Inside Alaska Business
Craig Taylor Equipment | Dobbs Peterbilt
Craig Taylor Equipment has acquired all of its Alaska Peterbilt assets from Dobbs Peterbilt. Formerly known as Western Peterbilt and now operating as Peterbilt of Alaska, the assets include branch locations in Anchorage and Fairbanks, equipment, and approximately forty employees. “Our business has been around for sixty-five years; we have a lot of deeply entrenched customers in Alaska, many of which are also Peterbilt customers—or could be. And so we think there’s a lot of synergy opportunity there that could be beneficial on both sides,” says Craig Taylor Equipment President and CEO Chris Devine. |
Division of Oil and Gas
The Alaska Department of Natural Resources Division of Oil and Gas issued a Mount Spurr Noncompetitive Geothermal Prospecting Permit in late December, giving Raser Power Systems, a Utah-based geothermal drilling company, the exclusive right to prospect for geothermal resources on about 6,750 acres of state land for two years. Developing geothermal resources beneath Mount Spurr would be in the best interest of the state, which should approve permits for such development.
Municipality of Anchorage | Eklutna
Marking a historic first event in Indigenous relations, the Anchorage Assembly adopted AO No. 2020-137 (S) by a unanimous 10-0 vote to formalize into code government-to-government relations between the Municipality of Anchorage and the Native Village of Eklutna.

The ordinance was developed by a working group—which includes assembly members Christopher Constant, Forest Dunbar, and Kameron Perez-Verdia, Native Village of Eklutna (NVE) President Aaron Leggett, municipal attorney Jessica Willoughby, and North Star Group advisors—with assistance from tribal law and government affairs specialists, as well as NVE tribal members. Under the ordinance, MOA will create policies and protocols to institute a government-to-government relationship with NVE. |

thread, Alaska’s childcare resource and referral network, recently awarded $940,000 to 260 licensed early childhood and afterschool/school-age education programs statewide as part of its COVID-19 Quality Initiative 2. thread partnered with The Alaska Community Foundation and the State of Alaska Department of Health and Social Services (DHSS) to address the continued needs of early childhood education programs during the pandemic with support from the COVID-19 Quality Initiative 2.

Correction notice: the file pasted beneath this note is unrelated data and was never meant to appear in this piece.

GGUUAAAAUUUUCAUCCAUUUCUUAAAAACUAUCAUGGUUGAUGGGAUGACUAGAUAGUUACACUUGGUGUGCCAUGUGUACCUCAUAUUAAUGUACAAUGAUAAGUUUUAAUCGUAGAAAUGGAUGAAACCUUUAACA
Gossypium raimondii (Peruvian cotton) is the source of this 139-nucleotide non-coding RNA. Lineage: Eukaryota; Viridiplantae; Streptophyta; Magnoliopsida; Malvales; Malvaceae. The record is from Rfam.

The Anchorage Police Department celebrates 100 years of service in 2021. Anchorage had a modest beginning as a tent city on the banks of Ship Creek—originally called Ship Creek Landing—and law enforcement for the Alaska Territory at the time was in the hands of the United States Marshals. Today, APD serves a population of more than 285,000 in a service area that covers the Knik River bridge on the north end to Ingram Creek on the south side. APD currently employs just under 600 people made up of both sworn and non-sworn positions.
The Bureau of Land Management, National Park Service, and the Alaska Industrial Development and Export Authority (AIDEA) signed agreements granting a 50-year right-of-way for the future construction of the Ambler Mining District Industrial Access Road. AIDEA Executive Director Alan Weitzner says, “The signing of this permit is a major milestone. It’s the first step in a multi-year phase of feasibility and pre-development. The permits are for a controlled industrial access road with stipulations that protect subsistence and environmental resources.” | |
Thirty communities, Coastal Villages Region Fund (CVRF), and Bristol Bay Economic Development Corporation (BBEDC) announced significant crab industry acquisitions to bring new revenue streams to Western Alaskan communities. The buy-out of the Mariner Companies, a Seattle-based fishing enterprise majority-owned by Kevin Kaldestad and Gordon Kristjanson, provides participating communities with opilio and red king crab quota, equaling 3 percent of the total crab fishery, while CVRF and BBEDC acquires full ownership of seven crabbing vessels. |